President Bush can revoke the assassination ban at will. As the Congressional Research Service explains, he can most obviously do so by issuing a new Executive Order. As the CRS also points out, under certain circumstances, like an attack or an impending attack on the United States, such an Executive Order need not be published. In other words, Bush might already have revoked the ban and we would not know it—at least until homicidal clerics start disappearing.

Read Less

Messiaen’s Dark Past, II

After the German invasion of France in 1940, a so-called “renewal” began at the Paris Conservatory with the firing of all Jewish teachers. Among the five professors eliminated were the eminent piano teacher Lazare Lévy and the harmony professor André Bloch. Messiaen, returning early and in good health from the prison camp at Görlitz, was handed the job of teaching Bloch’s harmony class.

Odette Gartenlaub (b. 1922), the noted pianist, professor, and composer, was one of the students in Messiaen’s first class in May, 1941. (Despite her historical closeness to the composer, she has generally been ignored in the Messiaen literature.) When Bloch was fired, Gartenlaub knew that her future was imperiled because she too was Jewish. Yet she remained at the Conservatory because she enjoyed Messiaen’s unorthodox and wide-ranging lectures.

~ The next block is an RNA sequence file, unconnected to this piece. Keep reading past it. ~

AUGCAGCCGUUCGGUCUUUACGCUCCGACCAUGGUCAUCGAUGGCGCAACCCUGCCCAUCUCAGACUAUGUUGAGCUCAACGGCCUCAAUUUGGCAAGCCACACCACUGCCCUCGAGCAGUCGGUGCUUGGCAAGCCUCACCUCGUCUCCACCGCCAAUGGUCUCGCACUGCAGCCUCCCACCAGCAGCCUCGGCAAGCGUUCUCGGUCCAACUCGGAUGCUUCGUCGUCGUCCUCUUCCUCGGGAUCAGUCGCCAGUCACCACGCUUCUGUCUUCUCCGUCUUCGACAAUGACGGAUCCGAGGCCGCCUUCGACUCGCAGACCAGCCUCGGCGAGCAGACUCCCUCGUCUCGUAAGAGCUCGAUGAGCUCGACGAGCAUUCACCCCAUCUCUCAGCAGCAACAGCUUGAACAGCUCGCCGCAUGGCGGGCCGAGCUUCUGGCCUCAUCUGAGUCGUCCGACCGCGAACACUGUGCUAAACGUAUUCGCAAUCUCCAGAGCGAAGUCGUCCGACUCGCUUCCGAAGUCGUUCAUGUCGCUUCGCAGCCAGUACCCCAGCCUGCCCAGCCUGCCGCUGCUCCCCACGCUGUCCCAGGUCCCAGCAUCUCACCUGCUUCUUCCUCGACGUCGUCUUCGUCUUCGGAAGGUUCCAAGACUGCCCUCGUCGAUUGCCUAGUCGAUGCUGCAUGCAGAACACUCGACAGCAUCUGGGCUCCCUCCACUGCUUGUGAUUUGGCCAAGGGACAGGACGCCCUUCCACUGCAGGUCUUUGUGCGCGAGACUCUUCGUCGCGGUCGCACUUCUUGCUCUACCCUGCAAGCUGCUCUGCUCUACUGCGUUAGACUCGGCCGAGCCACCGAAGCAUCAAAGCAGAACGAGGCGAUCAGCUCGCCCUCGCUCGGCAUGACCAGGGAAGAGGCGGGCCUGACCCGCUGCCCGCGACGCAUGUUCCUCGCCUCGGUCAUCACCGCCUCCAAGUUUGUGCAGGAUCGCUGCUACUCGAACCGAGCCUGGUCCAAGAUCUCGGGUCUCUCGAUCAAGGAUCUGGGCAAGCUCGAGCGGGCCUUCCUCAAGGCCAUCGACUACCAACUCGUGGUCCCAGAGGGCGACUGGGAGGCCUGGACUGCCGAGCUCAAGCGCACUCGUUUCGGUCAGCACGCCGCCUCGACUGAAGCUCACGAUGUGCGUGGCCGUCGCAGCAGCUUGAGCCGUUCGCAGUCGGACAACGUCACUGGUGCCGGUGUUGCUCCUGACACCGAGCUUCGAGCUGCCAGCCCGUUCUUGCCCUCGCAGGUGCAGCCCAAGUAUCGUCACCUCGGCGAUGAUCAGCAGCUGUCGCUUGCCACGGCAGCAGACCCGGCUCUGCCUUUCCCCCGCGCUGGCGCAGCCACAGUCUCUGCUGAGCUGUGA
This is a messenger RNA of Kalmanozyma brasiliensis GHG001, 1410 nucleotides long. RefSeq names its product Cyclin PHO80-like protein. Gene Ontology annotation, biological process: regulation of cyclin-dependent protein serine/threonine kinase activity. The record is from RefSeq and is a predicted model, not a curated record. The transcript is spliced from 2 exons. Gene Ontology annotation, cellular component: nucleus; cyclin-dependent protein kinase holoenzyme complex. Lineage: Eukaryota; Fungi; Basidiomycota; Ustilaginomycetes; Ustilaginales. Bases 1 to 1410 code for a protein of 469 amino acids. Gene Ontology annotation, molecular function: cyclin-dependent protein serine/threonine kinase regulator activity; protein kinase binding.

Read More

After the German invasion of France in 1940, a so-called “renewal” began at the Paris Conservatory with the firing of all Jewish teachers. Among the five professors eliminated were the eminent piano teacher Lazare Lévy and the harmony professor André Bloch. Messiaen, returning early and in good health from the prison camp at Görlitz, was handed the job of teaching Bloch’s harmony class.

Odette Gartenlaub (b. 1922), the noted pianist, professor, and composer, was one of the students in Messiaen’s first class in May, 1941. (Despite her historical closeness to the composer, she has generally been ignored in the Messiaen literature.) When Bloch was fired, Gartenlaub knew that her future was imperiled because she too was Jewish. Yet she remained at the Conservatory because she enjoyed Messiaen’s unorthodox and wide-ranging lectures.

Odette’s studies with Messiaen were interrupted in the fall of 1941, when she received a letter from the Conservatory’s director, Claude Delvincourt, who had received his appointment as a reward for his right–wing political beliefs. (Gartenlaub would tell me decades later: “Delvincourt might at least have summoned me to his office to tell me this, instead of just sending a letter.”) Delvincourt cited a decree by the French Ministry of National Education stating that it was forbidden to admit or instruct any Jewish student, and explained that Odette would be removed from the student lists in a week. The prominent musicologist Jacques Chailley, then secretary general of the Conservatory, went so far as to chase after Odette during one of her last days at school, saying, “After September 30, you are no longer allowed to eat in the student cafeteria. Don’t forget!”